Winter 1998 • Vol. XX No. 1 PoetryJanuary 1, 1998 |

Ant Farm

One summer dayI took a kettle of steaming water and flooded an anthill, watched as balled black bodies floated down my brewed Nile and dried in the sand looking sugared, cinnamon-crusted. I should have baked them into cookies and become famous for indecipherable irresistible taste, a certain je ne sais quoi. Or thought to serve them poached. This annihilation was not annihilation; the ants did not suffer and were turned into sugar beads and their floating was serene. I didn't know there'd be few survivors; I expected in insects stamina a backbone obfuscates, keeping vertebrates upright and vulnerable, subject to arrogance, breakage, ravages, paralysis, the ideal immobility of food, facilitating admonishments to eat until bones are picked clean, not only piranhas eating their instinct, but families in public: Red Lobster, Bill Knapps, Kentucky Fried, countless rib joints, clean as ivory; meals conclude with skeletons. I admire teeth, the cutting of the first one long before t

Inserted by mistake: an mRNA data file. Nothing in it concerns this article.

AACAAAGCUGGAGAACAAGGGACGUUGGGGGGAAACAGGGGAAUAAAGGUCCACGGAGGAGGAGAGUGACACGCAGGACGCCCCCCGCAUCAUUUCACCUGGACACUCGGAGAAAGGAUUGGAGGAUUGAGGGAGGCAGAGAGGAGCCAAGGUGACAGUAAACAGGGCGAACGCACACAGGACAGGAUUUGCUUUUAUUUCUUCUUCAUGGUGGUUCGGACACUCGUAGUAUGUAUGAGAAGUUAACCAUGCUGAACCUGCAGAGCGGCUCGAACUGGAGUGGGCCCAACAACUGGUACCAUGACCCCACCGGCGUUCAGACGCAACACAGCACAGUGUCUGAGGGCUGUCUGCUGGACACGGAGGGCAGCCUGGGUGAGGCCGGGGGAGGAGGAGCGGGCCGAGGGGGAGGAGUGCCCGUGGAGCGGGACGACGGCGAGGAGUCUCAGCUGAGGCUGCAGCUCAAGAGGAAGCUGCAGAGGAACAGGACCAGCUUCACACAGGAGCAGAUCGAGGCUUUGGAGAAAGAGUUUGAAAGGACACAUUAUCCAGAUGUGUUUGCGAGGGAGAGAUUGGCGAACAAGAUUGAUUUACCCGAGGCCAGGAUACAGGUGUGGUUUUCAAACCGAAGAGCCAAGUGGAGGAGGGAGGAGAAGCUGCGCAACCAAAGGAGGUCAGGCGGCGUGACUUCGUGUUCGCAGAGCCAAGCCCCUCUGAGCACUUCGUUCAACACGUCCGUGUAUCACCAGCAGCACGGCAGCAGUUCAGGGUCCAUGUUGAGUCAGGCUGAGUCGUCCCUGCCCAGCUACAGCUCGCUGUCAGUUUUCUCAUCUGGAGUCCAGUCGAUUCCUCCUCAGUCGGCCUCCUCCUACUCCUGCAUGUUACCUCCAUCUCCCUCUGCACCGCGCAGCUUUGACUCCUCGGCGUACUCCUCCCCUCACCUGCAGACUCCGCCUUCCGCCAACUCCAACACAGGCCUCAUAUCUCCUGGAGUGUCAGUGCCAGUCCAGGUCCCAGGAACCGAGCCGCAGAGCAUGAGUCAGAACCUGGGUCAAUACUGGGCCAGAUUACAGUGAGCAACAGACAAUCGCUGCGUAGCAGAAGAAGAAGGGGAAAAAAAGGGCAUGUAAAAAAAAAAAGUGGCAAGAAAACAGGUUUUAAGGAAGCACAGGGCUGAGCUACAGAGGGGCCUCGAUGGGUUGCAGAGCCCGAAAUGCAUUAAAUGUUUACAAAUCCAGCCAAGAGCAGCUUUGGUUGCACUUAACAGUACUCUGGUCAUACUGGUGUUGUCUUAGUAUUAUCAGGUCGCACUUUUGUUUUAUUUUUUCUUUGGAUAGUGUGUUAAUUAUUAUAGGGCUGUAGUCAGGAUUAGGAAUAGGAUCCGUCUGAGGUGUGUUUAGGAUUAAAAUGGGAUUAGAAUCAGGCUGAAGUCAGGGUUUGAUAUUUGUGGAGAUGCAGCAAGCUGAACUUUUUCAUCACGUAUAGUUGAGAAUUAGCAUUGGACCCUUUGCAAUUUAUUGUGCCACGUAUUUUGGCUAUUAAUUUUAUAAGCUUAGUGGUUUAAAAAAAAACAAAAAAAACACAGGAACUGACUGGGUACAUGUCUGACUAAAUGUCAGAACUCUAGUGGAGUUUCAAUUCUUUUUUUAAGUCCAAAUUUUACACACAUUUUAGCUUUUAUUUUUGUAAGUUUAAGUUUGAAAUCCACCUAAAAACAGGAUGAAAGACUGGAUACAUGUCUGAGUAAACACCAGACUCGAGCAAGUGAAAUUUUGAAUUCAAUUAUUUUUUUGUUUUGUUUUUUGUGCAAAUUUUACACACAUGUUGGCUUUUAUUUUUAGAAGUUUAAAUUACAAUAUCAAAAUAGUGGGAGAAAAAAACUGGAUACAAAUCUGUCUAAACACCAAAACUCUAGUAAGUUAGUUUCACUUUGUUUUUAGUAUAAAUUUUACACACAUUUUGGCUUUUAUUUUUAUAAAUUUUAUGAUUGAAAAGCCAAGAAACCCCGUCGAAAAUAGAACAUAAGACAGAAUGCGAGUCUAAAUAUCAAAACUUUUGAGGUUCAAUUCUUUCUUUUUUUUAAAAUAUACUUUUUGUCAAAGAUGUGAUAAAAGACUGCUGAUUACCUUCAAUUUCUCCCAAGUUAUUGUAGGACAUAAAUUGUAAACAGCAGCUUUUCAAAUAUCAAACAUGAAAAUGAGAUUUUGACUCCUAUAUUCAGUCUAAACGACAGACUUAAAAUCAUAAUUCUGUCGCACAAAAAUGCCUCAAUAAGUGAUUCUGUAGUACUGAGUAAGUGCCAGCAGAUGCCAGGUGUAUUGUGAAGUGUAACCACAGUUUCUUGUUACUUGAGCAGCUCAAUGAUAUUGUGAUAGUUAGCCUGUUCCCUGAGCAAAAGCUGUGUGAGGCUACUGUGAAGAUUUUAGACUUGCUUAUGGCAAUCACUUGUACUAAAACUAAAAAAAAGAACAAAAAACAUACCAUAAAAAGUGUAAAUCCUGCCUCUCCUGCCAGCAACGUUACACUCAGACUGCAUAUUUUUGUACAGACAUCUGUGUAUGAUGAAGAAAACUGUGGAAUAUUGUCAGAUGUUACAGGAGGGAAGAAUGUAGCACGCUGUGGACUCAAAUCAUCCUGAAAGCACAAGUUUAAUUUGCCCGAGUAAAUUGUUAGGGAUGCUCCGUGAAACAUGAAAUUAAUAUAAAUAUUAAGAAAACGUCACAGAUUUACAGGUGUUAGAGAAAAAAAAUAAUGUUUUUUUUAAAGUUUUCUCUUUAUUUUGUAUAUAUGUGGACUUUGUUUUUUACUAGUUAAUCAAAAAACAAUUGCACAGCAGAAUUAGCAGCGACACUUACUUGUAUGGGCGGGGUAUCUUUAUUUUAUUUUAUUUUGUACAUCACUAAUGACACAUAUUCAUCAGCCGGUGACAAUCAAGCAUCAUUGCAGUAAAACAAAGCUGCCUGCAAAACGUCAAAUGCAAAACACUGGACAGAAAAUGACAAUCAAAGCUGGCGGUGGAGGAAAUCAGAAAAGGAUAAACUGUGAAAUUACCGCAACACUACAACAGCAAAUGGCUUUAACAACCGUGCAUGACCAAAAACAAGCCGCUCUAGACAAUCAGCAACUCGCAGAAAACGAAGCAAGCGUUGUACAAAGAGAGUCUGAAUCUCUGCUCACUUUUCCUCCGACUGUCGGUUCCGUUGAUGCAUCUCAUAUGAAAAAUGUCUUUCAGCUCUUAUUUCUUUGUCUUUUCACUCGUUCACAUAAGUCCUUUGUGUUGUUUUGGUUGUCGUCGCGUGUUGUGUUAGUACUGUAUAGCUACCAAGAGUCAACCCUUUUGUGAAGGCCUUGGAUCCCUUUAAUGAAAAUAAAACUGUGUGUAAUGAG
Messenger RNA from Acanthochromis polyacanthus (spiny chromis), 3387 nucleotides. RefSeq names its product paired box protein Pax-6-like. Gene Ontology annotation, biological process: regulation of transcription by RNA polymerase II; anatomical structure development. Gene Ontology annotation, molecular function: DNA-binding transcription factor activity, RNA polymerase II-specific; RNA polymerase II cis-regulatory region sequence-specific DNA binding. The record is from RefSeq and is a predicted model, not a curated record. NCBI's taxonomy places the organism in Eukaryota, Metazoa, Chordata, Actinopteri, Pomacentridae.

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Making Dresses

By Thylias Moss

One summer dayI took a kettle of steaming water and flooded an anthill, watched as balled black bodies floated down my brewed Nile and dried in the sand looking sugared, […]

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